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Ellijay, GA
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Chief Larry Callahan kneels by the downed tree that almost cost him his life at the Cartecay Rapids neighborhood. (Photo by Mark Millican)
 
by Mark Millican

A day after almost being electrocuted during a flash flooding evacuation effort, East Ellijay Police Chief Larry Callahan said in understatement, “I’m just proud to be here.”

“I’m OK, my arms and legs are still numb,” East Town’s top cop reported after having a tree and power lines come down on him while trying to escape the rising floodwaters of the Cartecay River. “Anything that’s not numb hurts. But I’ll be honest with you — I’m OK with them being numb.”

The incident occurred on Riverside Drive around 9:30 a.m. Thursday, Aug. 1, as he was wrapping up an evacuation of town homes at the river’s edge.“It put me late getting out of there,” he began. “There were high spots and low spots in the road. I tried to get through one of the low spots about 100 yards long and it had some water on it, but it was navigable at the time. But the river just came up so fast I got to the point where I pushed a little water and it made a wave and I stalled out.”

Callahan said a fireman on the scene helped him tow his cruiser up to higher ground, but as the water kept rising they decided to pull it up even further.The decision almost cost the veteran lawman his life.

‘Tree!’

“I was getting in the driver’s door, and the water was maybe knee-deep, maybe a little deeper, and I hear (the firefighter) holler ‘Tree!’  — I looked up and saw the tree bringing down some power lines,” he said.

Callahan, 44, “knew it wasn’t going to be good.” 

“Nothing that happened from there was going to be good,” he continued. “The branches and leaves knocked me down into the water, but it was more me trying to duck. I had a second or two before there was any electricity, and I thought, the (fire) truck was the only hope I had anywhere of getting. The tree was across the middle of the car, and just as that kinda crossed my mind, I got hit with the first real heavy jolt.”

Callahan remembered, “everything just went white.“

Everybody talks about blacking out — I whited out,” he explained. “When I came to and could get my senses, I had made it onto the (car) trunk but I was still getting shocked and they were getting gradually worse. I couldn’t hear, it was like someone had blown a whistle in my ears. Nothing was working, motor-skills wise. I grabbed for the tree, not realizing the tree had more juice in it than anything — so that gave me another good jolt. I called dispatch on my radio, but I don’t know if they answered me or not, I couldn’t hear them. I also knew it probably didn’t matter, ’cause they couldn’t get there anyway.”

Callahan said he feared the firefighter was dead or incapacitated — by the tree falling or the electricity.

“What I didn’t know was he had gotten on an area that wasn’t flooded and didn’t catch the electricity,” he said. “I really feared that was it — I couldn’t stay on the trunk. The stuff that was floating by in the water would sizzle — like bacon.”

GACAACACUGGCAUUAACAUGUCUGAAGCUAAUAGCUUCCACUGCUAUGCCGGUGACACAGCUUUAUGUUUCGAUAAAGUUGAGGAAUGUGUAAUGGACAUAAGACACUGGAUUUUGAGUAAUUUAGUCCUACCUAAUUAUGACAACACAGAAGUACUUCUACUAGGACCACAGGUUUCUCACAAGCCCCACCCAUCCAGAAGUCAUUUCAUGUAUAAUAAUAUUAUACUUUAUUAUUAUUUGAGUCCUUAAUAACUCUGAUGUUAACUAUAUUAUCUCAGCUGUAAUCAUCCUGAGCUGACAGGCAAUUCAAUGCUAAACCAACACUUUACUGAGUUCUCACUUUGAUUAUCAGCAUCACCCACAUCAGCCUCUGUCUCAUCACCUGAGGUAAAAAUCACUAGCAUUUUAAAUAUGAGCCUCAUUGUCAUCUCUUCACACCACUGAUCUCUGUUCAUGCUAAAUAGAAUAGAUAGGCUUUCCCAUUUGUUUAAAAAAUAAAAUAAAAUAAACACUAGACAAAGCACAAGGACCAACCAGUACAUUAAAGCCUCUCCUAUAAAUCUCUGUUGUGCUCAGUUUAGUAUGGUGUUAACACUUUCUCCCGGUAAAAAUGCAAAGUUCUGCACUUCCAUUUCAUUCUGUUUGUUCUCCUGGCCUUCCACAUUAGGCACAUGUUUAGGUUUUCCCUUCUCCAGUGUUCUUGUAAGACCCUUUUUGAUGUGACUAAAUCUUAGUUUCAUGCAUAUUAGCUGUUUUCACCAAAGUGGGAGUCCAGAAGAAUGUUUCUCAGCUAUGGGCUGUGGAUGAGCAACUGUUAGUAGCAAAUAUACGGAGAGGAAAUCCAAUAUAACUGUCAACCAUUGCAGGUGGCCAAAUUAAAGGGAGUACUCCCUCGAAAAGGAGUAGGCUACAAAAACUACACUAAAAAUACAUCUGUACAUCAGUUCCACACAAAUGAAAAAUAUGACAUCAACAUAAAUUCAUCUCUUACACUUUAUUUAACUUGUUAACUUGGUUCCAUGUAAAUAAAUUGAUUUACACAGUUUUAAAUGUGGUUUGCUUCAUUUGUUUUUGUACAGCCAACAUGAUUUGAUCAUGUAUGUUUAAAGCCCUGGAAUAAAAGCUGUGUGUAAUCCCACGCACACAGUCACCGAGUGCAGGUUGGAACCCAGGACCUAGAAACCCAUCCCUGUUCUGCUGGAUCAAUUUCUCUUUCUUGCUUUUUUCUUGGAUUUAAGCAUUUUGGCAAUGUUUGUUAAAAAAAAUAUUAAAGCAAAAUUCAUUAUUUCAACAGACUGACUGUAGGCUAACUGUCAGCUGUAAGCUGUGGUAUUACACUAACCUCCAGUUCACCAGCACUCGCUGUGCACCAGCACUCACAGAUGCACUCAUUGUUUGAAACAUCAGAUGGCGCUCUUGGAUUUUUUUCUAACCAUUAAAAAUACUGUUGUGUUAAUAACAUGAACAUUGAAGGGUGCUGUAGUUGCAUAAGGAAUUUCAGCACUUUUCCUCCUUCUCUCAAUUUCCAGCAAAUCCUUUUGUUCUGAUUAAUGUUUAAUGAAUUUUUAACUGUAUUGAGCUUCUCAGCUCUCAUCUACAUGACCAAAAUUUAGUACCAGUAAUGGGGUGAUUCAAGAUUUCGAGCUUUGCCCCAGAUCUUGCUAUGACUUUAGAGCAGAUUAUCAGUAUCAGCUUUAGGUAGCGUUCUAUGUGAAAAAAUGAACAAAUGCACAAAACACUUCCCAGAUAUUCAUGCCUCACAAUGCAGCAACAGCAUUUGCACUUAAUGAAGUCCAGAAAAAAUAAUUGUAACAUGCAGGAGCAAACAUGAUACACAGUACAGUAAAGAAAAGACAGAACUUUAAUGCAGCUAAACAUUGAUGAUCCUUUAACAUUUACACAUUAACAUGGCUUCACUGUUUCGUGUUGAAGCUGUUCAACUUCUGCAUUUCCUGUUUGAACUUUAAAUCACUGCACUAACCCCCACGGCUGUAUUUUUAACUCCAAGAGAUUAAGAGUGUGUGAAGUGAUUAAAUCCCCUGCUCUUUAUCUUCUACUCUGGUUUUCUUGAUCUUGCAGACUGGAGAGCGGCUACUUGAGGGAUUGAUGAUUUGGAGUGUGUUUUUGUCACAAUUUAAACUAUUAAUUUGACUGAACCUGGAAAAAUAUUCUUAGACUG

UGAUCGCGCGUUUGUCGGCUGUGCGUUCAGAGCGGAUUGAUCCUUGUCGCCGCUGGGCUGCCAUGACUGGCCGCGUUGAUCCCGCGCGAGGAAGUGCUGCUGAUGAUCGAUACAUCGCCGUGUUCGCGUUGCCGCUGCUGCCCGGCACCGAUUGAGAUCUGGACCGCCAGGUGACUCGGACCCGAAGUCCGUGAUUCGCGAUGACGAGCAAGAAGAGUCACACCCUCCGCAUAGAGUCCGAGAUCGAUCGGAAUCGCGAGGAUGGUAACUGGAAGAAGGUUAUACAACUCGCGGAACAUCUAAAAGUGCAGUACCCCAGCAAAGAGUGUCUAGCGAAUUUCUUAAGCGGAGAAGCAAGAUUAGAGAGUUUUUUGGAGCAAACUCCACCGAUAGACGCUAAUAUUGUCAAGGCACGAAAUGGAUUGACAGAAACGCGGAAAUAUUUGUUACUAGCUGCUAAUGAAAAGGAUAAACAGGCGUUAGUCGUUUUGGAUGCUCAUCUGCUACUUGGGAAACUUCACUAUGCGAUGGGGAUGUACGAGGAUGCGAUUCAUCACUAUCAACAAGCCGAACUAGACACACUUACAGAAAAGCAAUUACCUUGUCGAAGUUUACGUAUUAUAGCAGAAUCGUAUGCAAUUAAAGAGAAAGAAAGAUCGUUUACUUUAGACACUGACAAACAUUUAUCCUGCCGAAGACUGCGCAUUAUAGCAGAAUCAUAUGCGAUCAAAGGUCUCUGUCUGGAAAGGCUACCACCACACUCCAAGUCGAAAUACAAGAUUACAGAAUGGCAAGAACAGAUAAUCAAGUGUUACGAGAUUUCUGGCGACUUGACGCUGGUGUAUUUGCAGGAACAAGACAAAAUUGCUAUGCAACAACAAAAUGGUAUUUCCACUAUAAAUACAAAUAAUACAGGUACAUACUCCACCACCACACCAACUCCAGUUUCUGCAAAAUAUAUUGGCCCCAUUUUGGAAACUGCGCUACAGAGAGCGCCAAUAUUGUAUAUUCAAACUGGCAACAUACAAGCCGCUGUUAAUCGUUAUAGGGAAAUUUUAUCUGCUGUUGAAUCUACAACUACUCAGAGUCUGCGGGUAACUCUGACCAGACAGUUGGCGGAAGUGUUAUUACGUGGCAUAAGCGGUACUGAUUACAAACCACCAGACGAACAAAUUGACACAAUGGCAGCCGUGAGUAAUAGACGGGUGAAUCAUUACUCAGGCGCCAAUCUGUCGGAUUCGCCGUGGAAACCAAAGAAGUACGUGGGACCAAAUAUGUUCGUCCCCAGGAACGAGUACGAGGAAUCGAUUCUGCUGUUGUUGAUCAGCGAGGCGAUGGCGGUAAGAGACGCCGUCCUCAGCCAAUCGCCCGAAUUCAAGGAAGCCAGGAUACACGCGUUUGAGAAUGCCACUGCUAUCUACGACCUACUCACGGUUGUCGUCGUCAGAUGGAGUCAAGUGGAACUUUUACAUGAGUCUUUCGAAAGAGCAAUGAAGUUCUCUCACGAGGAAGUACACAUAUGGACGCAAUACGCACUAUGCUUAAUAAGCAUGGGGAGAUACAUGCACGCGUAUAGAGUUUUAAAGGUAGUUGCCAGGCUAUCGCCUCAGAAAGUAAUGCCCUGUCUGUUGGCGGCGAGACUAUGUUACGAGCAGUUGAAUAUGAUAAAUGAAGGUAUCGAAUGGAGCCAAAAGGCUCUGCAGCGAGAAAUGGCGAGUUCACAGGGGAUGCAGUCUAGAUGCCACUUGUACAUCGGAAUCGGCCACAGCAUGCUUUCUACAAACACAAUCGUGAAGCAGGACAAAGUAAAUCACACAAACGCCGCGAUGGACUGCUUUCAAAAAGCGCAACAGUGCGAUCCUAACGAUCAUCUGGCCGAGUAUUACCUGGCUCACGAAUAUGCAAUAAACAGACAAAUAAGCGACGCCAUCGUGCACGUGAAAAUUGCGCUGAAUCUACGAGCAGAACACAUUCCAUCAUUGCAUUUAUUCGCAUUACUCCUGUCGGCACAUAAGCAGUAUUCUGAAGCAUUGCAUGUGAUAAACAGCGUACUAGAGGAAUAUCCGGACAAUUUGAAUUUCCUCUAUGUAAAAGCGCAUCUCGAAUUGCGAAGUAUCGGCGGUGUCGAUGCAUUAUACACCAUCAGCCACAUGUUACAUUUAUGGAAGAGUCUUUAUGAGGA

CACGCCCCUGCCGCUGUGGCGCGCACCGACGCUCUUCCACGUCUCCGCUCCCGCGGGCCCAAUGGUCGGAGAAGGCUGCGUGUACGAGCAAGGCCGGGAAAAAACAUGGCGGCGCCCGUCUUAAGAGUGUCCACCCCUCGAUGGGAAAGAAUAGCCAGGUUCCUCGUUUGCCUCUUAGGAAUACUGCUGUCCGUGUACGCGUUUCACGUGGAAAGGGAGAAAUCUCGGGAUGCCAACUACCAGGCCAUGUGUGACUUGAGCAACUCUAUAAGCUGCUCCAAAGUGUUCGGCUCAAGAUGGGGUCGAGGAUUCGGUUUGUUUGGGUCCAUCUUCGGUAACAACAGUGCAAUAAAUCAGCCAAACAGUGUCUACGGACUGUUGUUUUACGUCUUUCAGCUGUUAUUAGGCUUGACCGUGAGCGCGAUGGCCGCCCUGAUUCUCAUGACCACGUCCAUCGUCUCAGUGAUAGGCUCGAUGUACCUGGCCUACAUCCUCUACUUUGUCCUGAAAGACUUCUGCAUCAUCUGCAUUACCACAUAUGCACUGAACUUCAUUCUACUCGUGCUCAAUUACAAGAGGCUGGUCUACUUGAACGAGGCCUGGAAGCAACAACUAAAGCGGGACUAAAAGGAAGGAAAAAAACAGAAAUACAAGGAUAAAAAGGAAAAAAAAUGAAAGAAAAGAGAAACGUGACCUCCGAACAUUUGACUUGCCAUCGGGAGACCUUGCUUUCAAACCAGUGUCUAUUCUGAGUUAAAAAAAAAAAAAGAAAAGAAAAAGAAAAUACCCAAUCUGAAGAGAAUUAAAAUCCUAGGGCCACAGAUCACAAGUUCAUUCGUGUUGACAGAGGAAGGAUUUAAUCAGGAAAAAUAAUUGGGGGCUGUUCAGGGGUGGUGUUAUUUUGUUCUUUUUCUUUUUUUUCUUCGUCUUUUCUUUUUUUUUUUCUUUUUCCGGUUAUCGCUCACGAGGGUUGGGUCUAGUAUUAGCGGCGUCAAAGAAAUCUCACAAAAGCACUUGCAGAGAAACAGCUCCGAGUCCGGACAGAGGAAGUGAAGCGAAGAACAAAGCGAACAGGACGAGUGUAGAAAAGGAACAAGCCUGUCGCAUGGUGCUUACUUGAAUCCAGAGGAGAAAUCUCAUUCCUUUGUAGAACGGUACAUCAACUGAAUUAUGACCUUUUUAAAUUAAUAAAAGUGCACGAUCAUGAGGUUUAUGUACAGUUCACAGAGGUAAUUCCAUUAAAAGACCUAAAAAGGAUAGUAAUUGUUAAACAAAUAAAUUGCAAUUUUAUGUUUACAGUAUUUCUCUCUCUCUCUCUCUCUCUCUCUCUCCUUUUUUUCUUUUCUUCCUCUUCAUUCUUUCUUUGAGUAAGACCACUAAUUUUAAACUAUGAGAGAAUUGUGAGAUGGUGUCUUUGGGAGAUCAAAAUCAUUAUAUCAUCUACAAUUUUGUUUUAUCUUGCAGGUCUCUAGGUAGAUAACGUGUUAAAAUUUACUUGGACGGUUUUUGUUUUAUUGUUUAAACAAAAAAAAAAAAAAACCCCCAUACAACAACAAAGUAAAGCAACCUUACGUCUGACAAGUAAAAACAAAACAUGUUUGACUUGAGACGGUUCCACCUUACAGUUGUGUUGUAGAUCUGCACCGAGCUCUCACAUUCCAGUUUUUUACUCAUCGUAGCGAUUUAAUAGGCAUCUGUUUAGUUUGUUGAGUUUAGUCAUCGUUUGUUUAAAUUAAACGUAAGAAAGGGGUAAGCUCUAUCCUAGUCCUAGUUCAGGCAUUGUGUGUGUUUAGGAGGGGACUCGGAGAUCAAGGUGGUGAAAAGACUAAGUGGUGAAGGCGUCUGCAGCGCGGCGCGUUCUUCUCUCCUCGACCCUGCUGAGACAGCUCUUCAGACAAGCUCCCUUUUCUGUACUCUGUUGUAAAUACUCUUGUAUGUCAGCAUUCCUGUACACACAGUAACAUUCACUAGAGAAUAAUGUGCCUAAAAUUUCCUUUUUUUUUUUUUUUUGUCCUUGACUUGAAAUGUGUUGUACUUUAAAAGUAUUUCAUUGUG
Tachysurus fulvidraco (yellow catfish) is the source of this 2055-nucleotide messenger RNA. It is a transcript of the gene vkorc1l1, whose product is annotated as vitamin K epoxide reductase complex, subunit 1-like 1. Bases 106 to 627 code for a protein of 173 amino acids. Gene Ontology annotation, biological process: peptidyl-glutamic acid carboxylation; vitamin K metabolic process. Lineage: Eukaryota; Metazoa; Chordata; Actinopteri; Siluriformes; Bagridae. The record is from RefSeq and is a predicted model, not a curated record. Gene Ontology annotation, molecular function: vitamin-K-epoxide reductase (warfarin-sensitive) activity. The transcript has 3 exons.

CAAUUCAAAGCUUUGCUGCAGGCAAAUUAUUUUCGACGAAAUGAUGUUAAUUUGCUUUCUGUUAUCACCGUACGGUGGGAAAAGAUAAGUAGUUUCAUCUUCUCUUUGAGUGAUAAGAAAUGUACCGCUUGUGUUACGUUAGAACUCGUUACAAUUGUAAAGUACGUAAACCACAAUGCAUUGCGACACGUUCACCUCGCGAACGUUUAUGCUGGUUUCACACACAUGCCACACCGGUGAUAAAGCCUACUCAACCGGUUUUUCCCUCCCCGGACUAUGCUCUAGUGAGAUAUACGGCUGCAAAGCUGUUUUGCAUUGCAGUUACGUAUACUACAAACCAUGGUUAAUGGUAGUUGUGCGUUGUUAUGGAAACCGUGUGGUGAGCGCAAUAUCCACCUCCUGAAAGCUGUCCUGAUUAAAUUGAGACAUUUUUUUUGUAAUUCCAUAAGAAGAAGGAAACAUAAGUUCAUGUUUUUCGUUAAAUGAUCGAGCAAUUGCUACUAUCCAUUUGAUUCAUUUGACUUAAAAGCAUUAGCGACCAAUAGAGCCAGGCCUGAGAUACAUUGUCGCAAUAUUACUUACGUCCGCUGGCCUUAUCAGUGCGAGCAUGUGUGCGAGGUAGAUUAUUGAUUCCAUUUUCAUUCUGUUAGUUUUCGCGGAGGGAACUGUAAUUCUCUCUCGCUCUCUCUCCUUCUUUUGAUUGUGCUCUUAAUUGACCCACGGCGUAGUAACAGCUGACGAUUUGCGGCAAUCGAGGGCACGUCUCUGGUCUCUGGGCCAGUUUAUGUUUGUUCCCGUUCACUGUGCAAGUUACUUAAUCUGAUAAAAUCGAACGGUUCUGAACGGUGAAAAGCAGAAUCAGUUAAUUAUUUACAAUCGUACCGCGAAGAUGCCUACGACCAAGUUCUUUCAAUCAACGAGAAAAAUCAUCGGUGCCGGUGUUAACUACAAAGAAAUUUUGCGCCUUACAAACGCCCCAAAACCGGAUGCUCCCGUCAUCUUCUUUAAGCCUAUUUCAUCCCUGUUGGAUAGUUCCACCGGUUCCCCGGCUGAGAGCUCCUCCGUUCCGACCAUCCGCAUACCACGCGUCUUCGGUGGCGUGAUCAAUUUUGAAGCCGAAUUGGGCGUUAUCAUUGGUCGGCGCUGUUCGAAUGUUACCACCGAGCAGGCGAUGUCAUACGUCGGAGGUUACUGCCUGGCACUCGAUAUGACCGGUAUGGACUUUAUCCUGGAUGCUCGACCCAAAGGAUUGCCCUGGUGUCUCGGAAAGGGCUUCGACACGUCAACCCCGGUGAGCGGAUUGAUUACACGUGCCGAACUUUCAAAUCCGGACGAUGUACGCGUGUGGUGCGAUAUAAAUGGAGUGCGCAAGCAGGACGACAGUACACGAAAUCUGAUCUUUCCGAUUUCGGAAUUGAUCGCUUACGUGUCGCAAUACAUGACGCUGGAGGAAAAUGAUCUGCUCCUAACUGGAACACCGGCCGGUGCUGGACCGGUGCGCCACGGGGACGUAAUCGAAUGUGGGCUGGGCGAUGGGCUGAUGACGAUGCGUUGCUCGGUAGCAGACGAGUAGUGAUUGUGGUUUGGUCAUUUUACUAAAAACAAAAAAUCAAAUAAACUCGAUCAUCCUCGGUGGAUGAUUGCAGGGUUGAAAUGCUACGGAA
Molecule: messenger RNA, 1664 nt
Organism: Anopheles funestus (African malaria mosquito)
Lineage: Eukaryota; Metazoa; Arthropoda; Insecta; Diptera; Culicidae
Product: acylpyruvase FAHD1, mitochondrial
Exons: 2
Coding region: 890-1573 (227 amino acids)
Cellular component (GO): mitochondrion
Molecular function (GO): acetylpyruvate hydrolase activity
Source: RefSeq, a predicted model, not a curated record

‘Called my wife ... this may be it’

Callahan said with his remaining strength he called his wife and left her a message.“I told her, ‘This may be it. I don’t think I can get out,’” he recalled. “I told her I loved her. And I was at peace with it, I was OK.”

But his situation “shocked” him back into the moment.

“It was shocking me so bad on the car, I thought, ‘I gotta get off,’” he said. “My plan was to get up and jump just as far as I could jump. I knew it probably wasn’t going to help, but I thought I gotta do something. I’m not just going to step out into the water. What I didn’t know was two firefighters from Fannin County had come around the last curve (of the road) and brought a rubber boat. They realized what was going on, and they ran down there. They pushed that boat — I don’t think you can make a boat go upstream without the good Lord a-helping — but they got that boat upstream by the side of the car far enough that when I was getting ready to jump I saw it and jumped in it. They drug me back out onto the asphalt. 

“Like I said, I feel rough, but I’m in good shape.”

Callahan said doctors told him the soreness from the shock would be normal. “My kidneys hurt really bad,” he said on Friday, the day after the flash flood. “They said it would be like your body going into a severe cramp and staying that way for a long time. They said it will take awhile to get over that part.

They took an EKG (heart test) and said there would be no lasting damage. The Lord looked after me. There’s something I still need to be doing, or I wouldn’t be here.”

Daily devotionals on phone applied

When Callahan got home from the hospital, he got around to checking his phone for messages. He also read the daily devotionals he receives through his phone.

“The devotional for Thursday said, ‘From such terrible dangers of death He has saved us, and will save us, and we have placed our hope in Him that He will save us again,’” he shared.

Then the devotional for Friday blew him away.“It said, ‘Now that the worst is over, we are pleased we can report that we have come out of this with conscience and faith intact and can face the world. And even more importantly, face You with our heads held high that it was not by any fancy footwork on our part, it was God who kept his focus on us uncompromised,’” he read from the passage.

“If I’ve ever gotten two devotionals that applied, that was it,” Callahan understated again.



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